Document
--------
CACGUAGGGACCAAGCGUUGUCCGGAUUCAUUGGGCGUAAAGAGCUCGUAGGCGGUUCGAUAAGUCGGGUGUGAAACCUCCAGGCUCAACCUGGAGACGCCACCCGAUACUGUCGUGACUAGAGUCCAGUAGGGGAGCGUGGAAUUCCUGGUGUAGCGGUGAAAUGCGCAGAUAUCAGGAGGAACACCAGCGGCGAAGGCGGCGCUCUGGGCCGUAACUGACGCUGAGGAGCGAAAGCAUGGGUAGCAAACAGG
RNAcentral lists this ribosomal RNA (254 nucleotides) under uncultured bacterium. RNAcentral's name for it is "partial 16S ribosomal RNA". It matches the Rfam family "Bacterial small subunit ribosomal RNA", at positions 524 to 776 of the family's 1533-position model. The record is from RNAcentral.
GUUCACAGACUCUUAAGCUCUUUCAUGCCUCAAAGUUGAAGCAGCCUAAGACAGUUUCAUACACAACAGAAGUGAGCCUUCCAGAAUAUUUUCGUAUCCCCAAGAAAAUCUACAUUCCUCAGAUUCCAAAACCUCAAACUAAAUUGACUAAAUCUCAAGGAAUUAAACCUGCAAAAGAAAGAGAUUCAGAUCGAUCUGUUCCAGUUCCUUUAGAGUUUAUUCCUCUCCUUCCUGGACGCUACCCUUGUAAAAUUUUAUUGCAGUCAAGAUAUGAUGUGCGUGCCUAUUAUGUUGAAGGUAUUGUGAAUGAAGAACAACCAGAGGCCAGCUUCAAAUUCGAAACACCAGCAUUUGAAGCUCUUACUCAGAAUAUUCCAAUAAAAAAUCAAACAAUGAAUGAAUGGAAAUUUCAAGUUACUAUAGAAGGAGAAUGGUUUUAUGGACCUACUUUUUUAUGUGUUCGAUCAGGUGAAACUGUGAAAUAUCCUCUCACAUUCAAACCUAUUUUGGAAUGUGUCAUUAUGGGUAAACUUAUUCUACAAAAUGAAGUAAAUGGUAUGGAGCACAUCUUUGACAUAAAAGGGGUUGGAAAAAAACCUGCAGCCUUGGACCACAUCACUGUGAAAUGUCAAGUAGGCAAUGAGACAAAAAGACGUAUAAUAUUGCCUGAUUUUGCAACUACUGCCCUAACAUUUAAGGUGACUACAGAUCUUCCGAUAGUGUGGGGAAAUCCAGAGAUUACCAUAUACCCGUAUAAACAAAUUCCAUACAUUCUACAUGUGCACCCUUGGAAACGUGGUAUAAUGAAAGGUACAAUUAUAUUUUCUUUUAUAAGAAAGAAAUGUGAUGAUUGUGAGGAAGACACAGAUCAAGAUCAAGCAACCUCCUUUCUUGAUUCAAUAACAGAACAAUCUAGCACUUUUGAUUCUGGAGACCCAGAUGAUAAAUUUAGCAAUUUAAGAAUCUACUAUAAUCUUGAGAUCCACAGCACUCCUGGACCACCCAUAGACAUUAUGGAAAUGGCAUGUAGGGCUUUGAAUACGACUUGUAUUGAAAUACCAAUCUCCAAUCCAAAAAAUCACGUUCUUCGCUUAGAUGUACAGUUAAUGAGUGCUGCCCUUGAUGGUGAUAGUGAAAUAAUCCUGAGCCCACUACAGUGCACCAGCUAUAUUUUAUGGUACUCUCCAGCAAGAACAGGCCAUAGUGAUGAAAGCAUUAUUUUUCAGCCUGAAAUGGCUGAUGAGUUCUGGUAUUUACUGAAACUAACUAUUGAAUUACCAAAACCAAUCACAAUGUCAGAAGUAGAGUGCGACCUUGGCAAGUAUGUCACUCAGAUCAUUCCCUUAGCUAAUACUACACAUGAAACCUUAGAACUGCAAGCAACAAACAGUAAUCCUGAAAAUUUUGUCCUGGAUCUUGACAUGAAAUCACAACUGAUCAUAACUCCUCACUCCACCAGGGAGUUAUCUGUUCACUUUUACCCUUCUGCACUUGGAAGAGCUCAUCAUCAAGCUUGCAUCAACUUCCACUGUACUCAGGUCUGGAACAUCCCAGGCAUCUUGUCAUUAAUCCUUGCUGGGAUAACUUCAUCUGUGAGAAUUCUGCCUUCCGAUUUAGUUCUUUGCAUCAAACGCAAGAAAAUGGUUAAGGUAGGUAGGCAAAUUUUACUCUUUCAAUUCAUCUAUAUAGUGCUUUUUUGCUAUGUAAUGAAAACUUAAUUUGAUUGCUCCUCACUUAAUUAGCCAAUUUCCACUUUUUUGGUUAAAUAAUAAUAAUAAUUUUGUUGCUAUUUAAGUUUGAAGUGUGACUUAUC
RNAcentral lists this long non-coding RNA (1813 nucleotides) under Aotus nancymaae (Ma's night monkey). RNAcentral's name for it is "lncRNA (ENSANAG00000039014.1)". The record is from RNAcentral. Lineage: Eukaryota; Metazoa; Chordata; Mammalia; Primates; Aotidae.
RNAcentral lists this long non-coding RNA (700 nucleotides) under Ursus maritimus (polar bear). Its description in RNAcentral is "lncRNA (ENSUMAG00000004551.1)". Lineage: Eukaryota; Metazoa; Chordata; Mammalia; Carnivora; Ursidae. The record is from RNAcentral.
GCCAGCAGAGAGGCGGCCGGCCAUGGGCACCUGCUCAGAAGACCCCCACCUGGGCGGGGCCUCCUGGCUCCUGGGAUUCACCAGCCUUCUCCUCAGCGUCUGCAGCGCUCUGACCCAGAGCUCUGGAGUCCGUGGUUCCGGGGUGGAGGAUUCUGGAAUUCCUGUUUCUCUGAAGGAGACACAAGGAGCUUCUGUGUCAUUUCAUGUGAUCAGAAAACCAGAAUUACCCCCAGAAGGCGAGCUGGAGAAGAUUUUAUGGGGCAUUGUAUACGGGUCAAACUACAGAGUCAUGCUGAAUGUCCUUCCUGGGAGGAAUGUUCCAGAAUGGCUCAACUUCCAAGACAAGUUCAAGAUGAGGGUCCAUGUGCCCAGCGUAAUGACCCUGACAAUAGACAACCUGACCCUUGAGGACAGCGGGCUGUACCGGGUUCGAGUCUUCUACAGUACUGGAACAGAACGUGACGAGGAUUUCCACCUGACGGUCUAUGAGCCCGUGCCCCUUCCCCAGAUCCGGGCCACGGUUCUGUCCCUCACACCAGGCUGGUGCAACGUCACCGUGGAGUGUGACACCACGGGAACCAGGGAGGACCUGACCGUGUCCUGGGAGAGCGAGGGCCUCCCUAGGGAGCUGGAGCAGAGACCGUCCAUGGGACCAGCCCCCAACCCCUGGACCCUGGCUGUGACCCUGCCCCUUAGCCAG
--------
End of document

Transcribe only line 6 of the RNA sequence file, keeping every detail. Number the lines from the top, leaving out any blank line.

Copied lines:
GCCAGCAGAGAGGCGGCCGGCCAUGGGCACCUGCUCAGAAGACCCCCACCUGGGCGGGGCCUCCUGGCUCCUGGGAUUCACCAGCCUUCUCCUCAGCGUCUGCAGCGCUCUGACCCAGAGCUCUGGAGUCCGUGGUUCCGGGGUGGAGGAUUCUGGAAUUCCUGUUUCUCUGAAGGAGACACAAGGAGCUUCUGUGUCAUUUCAUGUGAUCAGAAAACCAGAAUUACCCCCAGAAGGCGAGCUGGAGAAGAUUUUAUGGGGCAUUGUAUACGGGUCAAACUACAGAGUCAUGCUGAAUGUCCUUCCUGGGAGGAAUGUUCCAGAAUGGCUCAACUUCCAAGACAAGUUCAAGAUGAGGGUCCAUGUGCCCAGCGUAAUGACCCUGACAAUAGACAACCUGACCCUUGAGGACAGCGGGCUGUACCGGGUUCGAGUCUUCUACAGUACUGGAACAGAACGUGACGAGGAUUUCCACCUGACGGUCUAUGAGCCCGUGCCCCUUCCCCAGAUCCGGGCCACGGUUCUGUCCCUCACACCAGGCUGGUGCAACGUCACCGUGGAGUGUGACACCACGGGAACCAGGGAGGACCUGACCGUGUCCUGGGAGAGCGAGGGCCUCCCUAGGGAGCUGGAGCAGAGACCGUCCAUGGGACCAGCCCCCAACCCCUGGACCCUGGCUGUGACCCUGCCCCUUAGCCAG